By 2008, international reports began to circulate about “The Gray Lady of Bagram,” the infamous military prison in Afghanistan. It has long been believed that the CIA used Bagram as one of its torture facilities. The first credible report about the “gray lady” came from a respected British journalist named Yvonne Ridley who told the Daily Times of Pakistan in July 2008 about a Pakistani woman who had been held for years in solitary confinement at Bagram. She was known officially as “Prisoner 650” who had been subjected to torture and sexual abuse over a four-year period. Ridley called her the “gray lady” because she appeared to be a “ghost” whose agonizing cries and screams deeply affected those who heard them. “This would never happen to a Western woman,” Ridley wrote.


Two weeks after Ridley’s public disclosure about the “gray lady,” Dr. Siddiqui and her oldest son were reportedly “arrested” by the Afghanistan National Police in Ghazni near the residence of a provisional governor. She reportedly had in her possession handwritten notes that referred to a “mass casualty attack” and listed various locations including the Empire State Building, Plum Island, Statute of Liberty and the Brooklyn Bridge. U.S. government authorities would later charge that the notes contained information about a “dirty bomb,” chemical and biological, and other explosives along with a mortality rate for each weapon.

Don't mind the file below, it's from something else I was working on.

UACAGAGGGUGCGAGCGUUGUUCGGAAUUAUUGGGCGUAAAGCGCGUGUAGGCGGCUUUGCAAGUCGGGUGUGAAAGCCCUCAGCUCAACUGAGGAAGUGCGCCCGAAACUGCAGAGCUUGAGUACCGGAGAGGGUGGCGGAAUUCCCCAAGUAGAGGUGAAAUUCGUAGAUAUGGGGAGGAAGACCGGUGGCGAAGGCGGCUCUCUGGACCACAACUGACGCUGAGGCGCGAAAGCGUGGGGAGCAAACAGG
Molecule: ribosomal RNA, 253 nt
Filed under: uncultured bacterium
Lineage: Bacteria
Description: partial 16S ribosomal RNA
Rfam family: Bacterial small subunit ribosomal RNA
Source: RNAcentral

We have long questioned this government version of events. A neurosurgeon and mother, who had disappeared from the face of the earth for five years, suddenly reappears disheveled walking the streets in Ghazni with her 8-year-old son carrying handwritten notes about dirty bombs, chemical weapons, and landmark targets. Please. What would Mark Twain say about that? But, wait, the hole to China gets deeper. Government officials said that the day after Dr. Siddiqui’s arrest a team of military and FBI officials, along with several interpreters, went to the Afghanistan National Police compound in Ghazni to interview the “terror suspect.” The team was escorted to a room by the Afghan police where the interview was to take place. A curtain separated this room from another room. Dr. Siddiqui was reportedly in the room adjacent to the interview room. The military personnel, according to the government account, set their weapons against a wall and Dr. Siddiqui reached through the curtain, snatched one of the weapons, and opened fire. She allegedly wounded one of the military personnel before she was also wounded in return gunfire. It was from this incident that the primary criminal action against her was initiated by the government.